Credit Report Articles

More Young Adults Turn To Bankruptcy To Discharge Student Loan Debt

As more recent graduates are finding their student loan repayment grace periods expiring and no job in sight, some are considering filing bankruptcy to discharge thousands in debt.

However, many young adults may not be fully aware of the rules governing bankruptcy, student loans and the impact to their credit score. Although bankruptcy is never a simple process, it is especially difficult to have student loans discharged by filing. A 1987 court case established a rule requiring borrowers to prove "undue hardship" in order to have their loans resolved through bankruptcy, according to the San Francisco Chronicle.

In order to determine hardship, a judge will look at three main provisions before deciding whether to include a borrower's student loans in the filing. First, a young adult must show that repaying the loans under their current income would force them below the minimal standard of living, the Chronicle reports. Second, additional circumstances must be introduced that prove the borrower's situation is unlikely to improve during their repayment period. This provision generally refers to a physical or mental condition that may preclude the borrower from gaining employment. Lastly, the young adult must show that legitimate efforts were made to meet their repayment obligations.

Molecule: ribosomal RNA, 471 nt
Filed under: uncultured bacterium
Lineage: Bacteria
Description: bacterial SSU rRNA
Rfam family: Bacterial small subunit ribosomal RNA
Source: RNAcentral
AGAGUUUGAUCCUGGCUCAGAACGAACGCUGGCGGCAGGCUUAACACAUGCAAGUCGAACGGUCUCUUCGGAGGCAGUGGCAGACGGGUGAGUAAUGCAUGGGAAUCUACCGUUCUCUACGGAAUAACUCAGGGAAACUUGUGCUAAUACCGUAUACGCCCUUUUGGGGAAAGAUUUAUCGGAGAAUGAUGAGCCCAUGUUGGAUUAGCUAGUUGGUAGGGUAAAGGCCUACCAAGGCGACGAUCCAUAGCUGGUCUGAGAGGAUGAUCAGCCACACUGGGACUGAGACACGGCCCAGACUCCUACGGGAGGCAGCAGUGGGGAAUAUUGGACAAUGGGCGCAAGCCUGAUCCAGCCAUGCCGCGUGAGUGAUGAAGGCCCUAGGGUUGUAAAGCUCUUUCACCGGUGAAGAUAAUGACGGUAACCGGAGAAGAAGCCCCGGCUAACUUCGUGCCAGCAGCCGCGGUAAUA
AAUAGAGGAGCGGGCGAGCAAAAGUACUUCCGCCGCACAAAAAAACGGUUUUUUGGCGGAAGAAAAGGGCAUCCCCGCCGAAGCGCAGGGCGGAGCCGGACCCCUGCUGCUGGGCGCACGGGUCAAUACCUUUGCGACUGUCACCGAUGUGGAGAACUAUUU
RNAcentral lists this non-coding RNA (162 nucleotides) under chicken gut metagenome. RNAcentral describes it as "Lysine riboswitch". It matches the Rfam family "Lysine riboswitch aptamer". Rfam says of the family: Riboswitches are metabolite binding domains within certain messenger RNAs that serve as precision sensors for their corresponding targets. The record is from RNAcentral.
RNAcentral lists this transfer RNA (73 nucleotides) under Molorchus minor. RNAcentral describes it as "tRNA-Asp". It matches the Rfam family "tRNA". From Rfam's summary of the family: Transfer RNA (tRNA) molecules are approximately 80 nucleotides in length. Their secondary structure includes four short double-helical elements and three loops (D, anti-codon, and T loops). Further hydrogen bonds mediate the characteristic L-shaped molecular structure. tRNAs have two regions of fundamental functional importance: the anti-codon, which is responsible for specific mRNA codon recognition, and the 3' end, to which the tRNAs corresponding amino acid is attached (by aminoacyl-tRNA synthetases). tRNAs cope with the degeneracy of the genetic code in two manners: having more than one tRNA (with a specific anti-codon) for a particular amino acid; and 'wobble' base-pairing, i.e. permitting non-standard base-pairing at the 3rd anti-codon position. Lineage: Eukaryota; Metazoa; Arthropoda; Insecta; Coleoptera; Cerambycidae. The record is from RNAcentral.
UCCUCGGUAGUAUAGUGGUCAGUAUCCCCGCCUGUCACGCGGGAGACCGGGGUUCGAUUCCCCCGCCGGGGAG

If the borrower finds that they are able to discharge student loan debt through bankruptcy, they should consider the effect it will have on their credit. Bankruptcies can remain on a consumer's credit report for seven to 10 years, making it very difficult for them to secure credit in the future. Although a bankruptcy may provide some form of relief to borrowers, it should be used as a last resort after all other options have been exhausted.

For example, many federal student loan programs offer flexible repayment periods that a young adult can choose from based on their current or expected income. Most standard plans set up monthly payments for a ten-year period, but consumers may opt for an extended plan that will spread the payments out over a longer period of time, allowing them to make lower payments. Borrowers who meet certain income requirements may also be eligible for an income-based repayment period, which determines the payments by looking at how much money the borrower brings in.

Regardless of what a borrower decides to do, they should keep their credit score in mind to avoid making a choice that could make it very difficult to secure credit in the future.